CGear Insolvent?

Submitted: Saturday, Dec 07, 2013 at 19:58
ThreadID: 105407 Views:2170 Replies:3 FollowUps:2
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I was looking for some cgear matting and came across a site that seemed to indicate Cgear was insolvent:

Confirming that the ACN stated in above page is Cgear's:

Anyone know any details about this?

I might grab a couple of mats tomorrow instead of just one!

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Reply By: Shaker - Saturday, Dec 07, 2013 at 21:28

Saturday, Dec 07, 2013 at 21:28
I bought one online & couldn't believe how incredibly bulky they are, I put it in the shed & never used it.
AnswerID: 522723

Reply By: Ron N - Saturday, Dec 07, 2013 at 21:44

Saturday, Dec 07, 2013 at 21:44
Fred, the insolvency notice is merely a petition from a disgruntled creditor of the company. These notices are not an indication that a company is actually insolvent - they just mean some creditor hasn't been paid, and is sick of waiting, and is trying to force the issue.

Quite often, insolvency notices are used as a threat to get some action, they are not necessarily followed through - and in a large number of cases, the debtor company makes some arrangement with the creditor, or acquires additional funding, and pays out the debt, or makes arrangements to pay it out over time. In these cases, the insolvency action is dropped and the debtor company continues to trade.

If the insolvency notice is not met with a firm proposal for paying the aggrieved creditor - or if evidence can't be produced that indicates the company is solvent - then the court can either appoint a liquidator to take over the companies assets - or it can place the company in voluntary administration.

If a liquidator is appointed, the liquidator then assesses the companys liabilities and assets and draws up a plan to dispose of what assets can be realised and outlines the return to creditors.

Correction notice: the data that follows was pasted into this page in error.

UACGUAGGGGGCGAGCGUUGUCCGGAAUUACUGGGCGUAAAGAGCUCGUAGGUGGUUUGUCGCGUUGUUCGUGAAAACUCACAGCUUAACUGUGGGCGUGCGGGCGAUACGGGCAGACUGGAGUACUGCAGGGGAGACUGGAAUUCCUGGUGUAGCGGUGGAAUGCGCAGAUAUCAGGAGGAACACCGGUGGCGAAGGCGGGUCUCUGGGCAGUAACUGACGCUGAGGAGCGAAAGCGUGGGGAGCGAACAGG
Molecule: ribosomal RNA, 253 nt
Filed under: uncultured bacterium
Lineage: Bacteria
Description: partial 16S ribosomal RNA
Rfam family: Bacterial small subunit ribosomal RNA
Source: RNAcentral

If a company is placed in voluntary administration, then the directors of the company proceed with drawing up a Deed of Company Arrangement (DOCA) which outlines how the company can keep trading and meet its liabilities.
If the DOCA is accepted at a creditors meeting, then the company proceeds to continue in business while it pays off its accumulated debts.

If the DOCA is rejected, then a liquidator is appointed, and the company is usually wound up.

I cannot find any evidence of a liquidator being appointed to Cgear, or evidence of a voluntary administration being entered into by them - however, this may still be playing out, as the directors struggle to keep control of the company, find additional funding, or make agreements with creditors, without entering into VA.
AnswerID: 522725

Follow Up By: fredwho - Saturday, Dec 07, 2013 at 21:54

Saturday, Dec 07, 2013 at 21:54
Thanks very much Ron N. It doesn't look too good CGear taken to the Victorian Supreme Court though. I assume there must be a lot of $ involved.
FollowupID: 803875

Follow Up By: Ron N - Saturday, Dec 07, 2013 at 22:02

Saturday, Dec 07, 2013 at 22:02
Yes, once over a certain amount (this varies between States), the issue has to go to the Supreme Court.
The amount usually has to be around $100,000 - $150,000 before it's moved to the Supreme Court.
Some of these companies turn over a lot of money, they can have a turnover of several million dollars annually, if they are running a low profit margin business. That means they can easily run up a debt of many hundreds of thousands of dollars with just a few creditors.
This is what worries a lot of creditors, it can all turn pretty bad within a short space of time - and sometimes fraud is involved, which makes things a lot worse.
FollowupID: 803876

Reply By: jacent - Sunday, Dec 08, 2013 at 10:27

Sunday, Dec 08, 2013 at 10:27
What a shame they are a great company to deal with and the matting is awesome n works as they say
AnswerID: 522740

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